The need for tolerance in the Arab world

May 29, 2016

Religious and sectarian violence continues to be the stock-in-trade of jihadist organisations across North Africa and the Middle East.
The Islamic State (ISIS) has undertaken a relentless campaign of religious and sectarian cleansing aimed at emptying the region’s countries of minorities whose mere presence contradicts its vision of what Muslim-majority nations should look like.
On May 23rd, ISIS carried out suicide bombings in Tartus and Jableh in Syria. The attacks were unusually bloody, even by ISIS’s dubious standards, and were intended to inflame strife between religious communities in Syria. They killed more than 150 people and wounded 300. Throughout the Syrian conflict, ISIS has targeted minorities in order to encourage sectarian strife.
According to European Parliament figures, 40% of Syria’s 700,000 Christians have left the country since the start of war in Syria.
In Iraq, sectarian strife and jihadist violence have devastated minority communities: The Christian population is said to have decreased from 1.5 million before 2003 to less than 500,000 today.
Jihadists and other extremists are tapping into lingering undercurrents of bigotry and fanaticism in Arab societies.
Intolerance still manifests itself too often in the Middle East and North Africa. During the last few days, Orthodox Copts in Egypt have complained that, on May 20th, seven Christian homes in a province south of Cairo were ransacked and torched. The attacks apparently followed rumours that a Christian man had had an affair with a Muslim woman.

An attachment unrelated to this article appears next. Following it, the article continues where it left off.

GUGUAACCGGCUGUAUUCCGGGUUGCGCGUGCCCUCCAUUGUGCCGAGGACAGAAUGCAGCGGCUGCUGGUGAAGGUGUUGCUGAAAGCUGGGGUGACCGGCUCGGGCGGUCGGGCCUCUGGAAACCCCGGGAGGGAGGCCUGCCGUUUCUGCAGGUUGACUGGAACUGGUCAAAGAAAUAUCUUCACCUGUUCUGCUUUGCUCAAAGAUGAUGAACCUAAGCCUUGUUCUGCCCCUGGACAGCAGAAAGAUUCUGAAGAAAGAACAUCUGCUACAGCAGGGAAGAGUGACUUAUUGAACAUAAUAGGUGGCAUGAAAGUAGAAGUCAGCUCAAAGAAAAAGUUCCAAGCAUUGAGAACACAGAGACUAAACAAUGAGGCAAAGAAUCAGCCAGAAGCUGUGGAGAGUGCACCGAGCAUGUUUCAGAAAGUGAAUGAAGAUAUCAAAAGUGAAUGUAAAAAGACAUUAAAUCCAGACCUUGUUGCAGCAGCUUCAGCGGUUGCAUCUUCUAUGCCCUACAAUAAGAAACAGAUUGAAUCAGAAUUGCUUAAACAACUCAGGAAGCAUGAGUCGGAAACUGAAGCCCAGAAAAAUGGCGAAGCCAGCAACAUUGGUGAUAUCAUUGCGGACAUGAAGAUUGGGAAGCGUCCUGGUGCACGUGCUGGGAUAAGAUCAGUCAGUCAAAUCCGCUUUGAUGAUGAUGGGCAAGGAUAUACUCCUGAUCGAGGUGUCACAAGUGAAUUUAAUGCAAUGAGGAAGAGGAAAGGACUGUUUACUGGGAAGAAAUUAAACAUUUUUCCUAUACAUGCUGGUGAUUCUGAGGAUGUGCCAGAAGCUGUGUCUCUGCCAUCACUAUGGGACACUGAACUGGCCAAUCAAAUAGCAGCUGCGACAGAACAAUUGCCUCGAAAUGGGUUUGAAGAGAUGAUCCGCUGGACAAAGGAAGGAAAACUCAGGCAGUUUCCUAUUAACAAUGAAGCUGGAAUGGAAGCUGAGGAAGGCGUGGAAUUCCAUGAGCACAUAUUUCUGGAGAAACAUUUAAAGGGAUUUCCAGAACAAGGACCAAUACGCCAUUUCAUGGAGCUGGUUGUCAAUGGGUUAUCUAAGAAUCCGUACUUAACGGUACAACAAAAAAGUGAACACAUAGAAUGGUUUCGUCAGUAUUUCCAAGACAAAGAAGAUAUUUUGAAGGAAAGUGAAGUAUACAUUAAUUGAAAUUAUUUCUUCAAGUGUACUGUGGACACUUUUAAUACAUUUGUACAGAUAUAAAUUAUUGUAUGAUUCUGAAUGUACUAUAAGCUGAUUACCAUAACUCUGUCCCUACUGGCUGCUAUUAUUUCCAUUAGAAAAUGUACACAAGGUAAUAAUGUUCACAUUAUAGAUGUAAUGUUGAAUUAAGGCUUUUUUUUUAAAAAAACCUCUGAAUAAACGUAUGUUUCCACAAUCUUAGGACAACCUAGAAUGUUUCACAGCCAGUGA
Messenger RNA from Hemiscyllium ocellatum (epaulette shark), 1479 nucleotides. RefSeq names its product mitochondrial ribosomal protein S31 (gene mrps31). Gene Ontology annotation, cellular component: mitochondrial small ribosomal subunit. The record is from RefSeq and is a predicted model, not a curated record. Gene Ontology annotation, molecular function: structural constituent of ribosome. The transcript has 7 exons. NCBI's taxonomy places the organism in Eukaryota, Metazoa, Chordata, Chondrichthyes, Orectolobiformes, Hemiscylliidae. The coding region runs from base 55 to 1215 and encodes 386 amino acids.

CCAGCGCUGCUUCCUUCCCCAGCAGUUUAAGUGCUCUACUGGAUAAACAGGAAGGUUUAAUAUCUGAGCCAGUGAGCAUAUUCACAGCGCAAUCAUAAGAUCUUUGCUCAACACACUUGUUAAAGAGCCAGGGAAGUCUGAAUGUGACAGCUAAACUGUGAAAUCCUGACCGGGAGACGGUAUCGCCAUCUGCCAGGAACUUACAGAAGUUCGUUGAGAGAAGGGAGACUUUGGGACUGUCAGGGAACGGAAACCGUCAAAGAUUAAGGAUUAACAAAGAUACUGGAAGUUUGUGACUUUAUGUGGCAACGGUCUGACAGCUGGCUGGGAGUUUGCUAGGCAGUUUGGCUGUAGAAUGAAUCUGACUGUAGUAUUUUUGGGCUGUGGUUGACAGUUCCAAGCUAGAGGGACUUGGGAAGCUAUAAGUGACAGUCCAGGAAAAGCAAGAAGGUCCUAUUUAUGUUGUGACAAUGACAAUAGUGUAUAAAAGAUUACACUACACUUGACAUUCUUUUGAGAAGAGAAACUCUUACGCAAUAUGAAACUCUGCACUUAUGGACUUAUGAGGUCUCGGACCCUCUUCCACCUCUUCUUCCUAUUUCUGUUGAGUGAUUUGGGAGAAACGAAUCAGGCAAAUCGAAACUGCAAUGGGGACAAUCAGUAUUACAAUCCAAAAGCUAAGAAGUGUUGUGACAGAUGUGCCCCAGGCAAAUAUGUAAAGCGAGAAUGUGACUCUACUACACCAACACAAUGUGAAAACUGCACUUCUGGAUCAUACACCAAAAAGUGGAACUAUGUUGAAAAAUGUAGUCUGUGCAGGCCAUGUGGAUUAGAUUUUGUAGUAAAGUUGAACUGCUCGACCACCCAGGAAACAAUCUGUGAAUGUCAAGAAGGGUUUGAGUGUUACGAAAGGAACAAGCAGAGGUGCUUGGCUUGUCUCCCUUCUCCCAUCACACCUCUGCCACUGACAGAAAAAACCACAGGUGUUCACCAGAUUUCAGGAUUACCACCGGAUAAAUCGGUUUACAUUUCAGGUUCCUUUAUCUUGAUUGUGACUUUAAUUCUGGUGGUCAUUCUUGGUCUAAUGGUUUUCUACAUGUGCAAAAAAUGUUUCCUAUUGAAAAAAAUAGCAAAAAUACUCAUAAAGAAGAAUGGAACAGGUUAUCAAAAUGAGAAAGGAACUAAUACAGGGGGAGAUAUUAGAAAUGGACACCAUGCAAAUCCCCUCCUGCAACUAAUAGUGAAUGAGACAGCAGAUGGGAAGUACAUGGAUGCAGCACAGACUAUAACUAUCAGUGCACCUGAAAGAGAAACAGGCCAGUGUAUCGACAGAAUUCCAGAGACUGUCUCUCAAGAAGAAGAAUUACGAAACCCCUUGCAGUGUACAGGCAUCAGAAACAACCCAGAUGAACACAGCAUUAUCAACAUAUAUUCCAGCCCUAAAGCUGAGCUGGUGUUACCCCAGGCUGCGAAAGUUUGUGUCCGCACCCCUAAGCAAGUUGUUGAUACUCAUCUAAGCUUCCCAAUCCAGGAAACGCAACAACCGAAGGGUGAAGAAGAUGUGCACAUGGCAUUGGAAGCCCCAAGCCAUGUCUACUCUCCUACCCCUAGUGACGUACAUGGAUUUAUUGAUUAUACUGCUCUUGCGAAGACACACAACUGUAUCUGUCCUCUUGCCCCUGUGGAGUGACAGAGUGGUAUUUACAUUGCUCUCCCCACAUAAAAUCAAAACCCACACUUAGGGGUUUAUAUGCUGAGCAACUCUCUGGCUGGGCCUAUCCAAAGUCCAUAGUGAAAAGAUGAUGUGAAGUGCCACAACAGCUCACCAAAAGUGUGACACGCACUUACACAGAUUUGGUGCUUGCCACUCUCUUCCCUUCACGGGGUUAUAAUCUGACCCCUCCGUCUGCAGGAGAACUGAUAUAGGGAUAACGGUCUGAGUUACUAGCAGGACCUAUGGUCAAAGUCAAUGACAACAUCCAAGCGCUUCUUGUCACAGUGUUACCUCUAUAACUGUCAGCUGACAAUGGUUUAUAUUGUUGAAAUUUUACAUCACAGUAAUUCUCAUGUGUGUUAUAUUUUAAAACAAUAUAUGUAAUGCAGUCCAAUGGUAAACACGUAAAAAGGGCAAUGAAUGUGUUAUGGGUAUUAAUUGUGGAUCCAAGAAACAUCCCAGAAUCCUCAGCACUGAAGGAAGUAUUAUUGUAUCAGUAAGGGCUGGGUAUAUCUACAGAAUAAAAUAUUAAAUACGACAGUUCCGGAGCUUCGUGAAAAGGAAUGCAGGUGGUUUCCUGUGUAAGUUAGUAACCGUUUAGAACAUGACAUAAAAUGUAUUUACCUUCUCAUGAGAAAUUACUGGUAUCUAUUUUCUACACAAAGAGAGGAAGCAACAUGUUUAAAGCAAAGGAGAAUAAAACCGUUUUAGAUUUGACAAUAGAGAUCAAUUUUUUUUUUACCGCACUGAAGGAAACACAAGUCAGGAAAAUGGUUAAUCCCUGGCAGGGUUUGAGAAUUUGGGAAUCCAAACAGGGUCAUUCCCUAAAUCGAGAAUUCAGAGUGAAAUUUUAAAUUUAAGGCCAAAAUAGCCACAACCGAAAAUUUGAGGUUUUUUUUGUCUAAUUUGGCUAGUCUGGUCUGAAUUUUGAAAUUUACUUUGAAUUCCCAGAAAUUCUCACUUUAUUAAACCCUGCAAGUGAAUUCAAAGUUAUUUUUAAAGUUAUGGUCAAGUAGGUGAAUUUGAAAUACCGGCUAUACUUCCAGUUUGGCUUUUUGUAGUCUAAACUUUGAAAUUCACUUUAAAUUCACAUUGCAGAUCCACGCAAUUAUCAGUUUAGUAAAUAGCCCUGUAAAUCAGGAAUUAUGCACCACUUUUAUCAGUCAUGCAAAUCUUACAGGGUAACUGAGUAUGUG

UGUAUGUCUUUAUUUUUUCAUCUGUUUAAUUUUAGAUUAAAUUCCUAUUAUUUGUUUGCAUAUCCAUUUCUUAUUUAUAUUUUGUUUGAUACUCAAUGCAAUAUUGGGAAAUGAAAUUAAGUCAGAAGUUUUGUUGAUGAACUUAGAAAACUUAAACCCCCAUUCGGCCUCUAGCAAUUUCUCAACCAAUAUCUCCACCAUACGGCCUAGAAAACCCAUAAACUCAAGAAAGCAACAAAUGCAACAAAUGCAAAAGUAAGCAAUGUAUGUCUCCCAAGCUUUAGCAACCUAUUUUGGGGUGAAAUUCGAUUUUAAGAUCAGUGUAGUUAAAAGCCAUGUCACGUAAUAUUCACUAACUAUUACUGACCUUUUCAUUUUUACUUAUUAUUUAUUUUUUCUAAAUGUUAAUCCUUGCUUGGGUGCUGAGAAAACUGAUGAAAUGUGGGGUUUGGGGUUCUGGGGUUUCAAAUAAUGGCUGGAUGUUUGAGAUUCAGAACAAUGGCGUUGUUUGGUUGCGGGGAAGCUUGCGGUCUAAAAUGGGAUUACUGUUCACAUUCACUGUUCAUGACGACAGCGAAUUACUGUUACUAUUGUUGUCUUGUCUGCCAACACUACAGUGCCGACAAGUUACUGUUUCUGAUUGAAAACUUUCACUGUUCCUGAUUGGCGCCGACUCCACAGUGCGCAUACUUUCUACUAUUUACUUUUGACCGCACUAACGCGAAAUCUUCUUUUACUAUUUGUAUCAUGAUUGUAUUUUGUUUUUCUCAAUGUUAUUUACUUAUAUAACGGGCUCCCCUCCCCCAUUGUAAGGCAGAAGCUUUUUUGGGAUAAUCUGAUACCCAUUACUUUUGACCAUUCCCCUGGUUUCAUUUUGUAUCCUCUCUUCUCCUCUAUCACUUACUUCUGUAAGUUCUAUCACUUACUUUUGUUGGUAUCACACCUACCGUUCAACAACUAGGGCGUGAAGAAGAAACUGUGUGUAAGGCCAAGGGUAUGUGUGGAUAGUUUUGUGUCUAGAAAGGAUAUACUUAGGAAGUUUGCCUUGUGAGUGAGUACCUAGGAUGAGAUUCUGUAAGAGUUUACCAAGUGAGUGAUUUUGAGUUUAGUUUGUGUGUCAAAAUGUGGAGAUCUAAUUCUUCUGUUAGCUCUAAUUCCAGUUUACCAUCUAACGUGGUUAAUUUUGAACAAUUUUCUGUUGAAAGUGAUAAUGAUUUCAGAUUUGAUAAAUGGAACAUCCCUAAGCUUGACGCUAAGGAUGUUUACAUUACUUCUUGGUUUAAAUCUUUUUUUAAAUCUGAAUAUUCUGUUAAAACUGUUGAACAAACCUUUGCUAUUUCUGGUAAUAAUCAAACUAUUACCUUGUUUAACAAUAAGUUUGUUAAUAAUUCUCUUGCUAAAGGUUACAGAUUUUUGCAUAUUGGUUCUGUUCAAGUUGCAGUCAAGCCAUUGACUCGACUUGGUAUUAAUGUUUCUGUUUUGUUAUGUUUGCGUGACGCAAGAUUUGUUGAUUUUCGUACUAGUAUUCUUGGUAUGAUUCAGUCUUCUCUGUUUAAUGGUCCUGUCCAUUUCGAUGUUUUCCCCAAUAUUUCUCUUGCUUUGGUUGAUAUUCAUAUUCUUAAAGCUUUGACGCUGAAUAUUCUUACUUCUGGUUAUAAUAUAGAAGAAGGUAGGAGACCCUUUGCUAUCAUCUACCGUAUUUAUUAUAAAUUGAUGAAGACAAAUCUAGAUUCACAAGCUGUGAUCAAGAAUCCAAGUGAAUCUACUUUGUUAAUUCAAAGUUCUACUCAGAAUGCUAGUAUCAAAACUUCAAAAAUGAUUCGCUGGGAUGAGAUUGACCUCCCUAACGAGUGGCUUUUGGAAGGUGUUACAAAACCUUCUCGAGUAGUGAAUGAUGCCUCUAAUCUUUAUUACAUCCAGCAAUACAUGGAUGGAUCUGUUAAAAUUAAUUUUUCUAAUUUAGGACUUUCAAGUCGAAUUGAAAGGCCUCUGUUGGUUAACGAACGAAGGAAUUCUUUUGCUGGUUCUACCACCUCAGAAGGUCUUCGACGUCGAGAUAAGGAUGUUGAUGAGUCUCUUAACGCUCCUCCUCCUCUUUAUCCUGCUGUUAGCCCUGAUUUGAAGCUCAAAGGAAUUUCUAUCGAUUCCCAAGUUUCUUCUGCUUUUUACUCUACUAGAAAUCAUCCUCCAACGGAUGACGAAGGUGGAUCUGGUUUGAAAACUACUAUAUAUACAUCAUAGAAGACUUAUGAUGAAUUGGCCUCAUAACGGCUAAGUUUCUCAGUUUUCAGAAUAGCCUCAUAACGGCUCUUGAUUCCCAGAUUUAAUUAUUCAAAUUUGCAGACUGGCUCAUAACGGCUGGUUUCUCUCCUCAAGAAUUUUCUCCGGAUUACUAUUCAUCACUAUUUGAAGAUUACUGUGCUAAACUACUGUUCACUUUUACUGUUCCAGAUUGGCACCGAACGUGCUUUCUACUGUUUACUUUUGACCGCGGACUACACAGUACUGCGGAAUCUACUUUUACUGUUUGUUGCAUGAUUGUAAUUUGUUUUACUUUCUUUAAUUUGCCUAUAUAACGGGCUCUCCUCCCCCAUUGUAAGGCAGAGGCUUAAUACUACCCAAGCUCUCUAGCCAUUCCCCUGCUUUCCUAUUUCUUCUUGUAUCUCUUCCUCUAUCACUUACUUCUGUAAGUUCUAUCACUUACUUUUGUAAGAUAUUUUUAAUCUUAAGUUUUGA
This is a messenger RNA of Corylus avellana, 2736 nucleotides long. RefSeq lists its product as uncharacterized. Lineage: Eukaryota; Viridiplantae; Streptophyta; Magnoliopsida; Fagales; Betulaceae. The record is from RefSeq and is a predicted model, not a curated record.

The problem is rooted in education systems that have failed to disseminate tolerant value and legal systems that do not always deal firmly with crimes stemming from racism and bigotry. Other social institutions — such as the media, cultural elites and the family — do not always play constructive roles.
Another factor is the abuse of religion by preachers and politi­cal extremists whose message is tainted with religious fanati­cism. Religious institutions do have an important role to play to ward off this negative influence. Al-Azhar University and its network of affiliated schools, for instance, reach hundreds of thousands of students in Egypt and beyond. Its high standing in the Arab world lends it great influence.
The meeting on October 23rd between Pope Francis and Sheikh Ahmed el-Tayyib, the grand Imam of al-Azhar, and their decision to reactivate dialogue between the Vatican and Egypt’s prestig­ious Muslim institution of learning is a positive development. Such cooperation will help send a message of cross-religious entente between the worlds of Islam and Christianity.
Bigotry does not rule the day. The Arab world has a legacy of coexistence and tolerance on which progress can be based. The ancient Jewish festival recently held on Tunisia’s Djerba island is a case in point. Thousands of Jews were welcomed by Tunisia’s predominantly Muslim society for their annual pilgrimage. The event highlighted the potential for religious tolerance in the Middle East and North Africa, despite the ongoing conflicts and the legacies of hate, bias and distrust.
Religious and sectarian coexistence in the Arab world is crucial not only for ending war and civil strife, but also for developing modern societies that constructively engage with the world.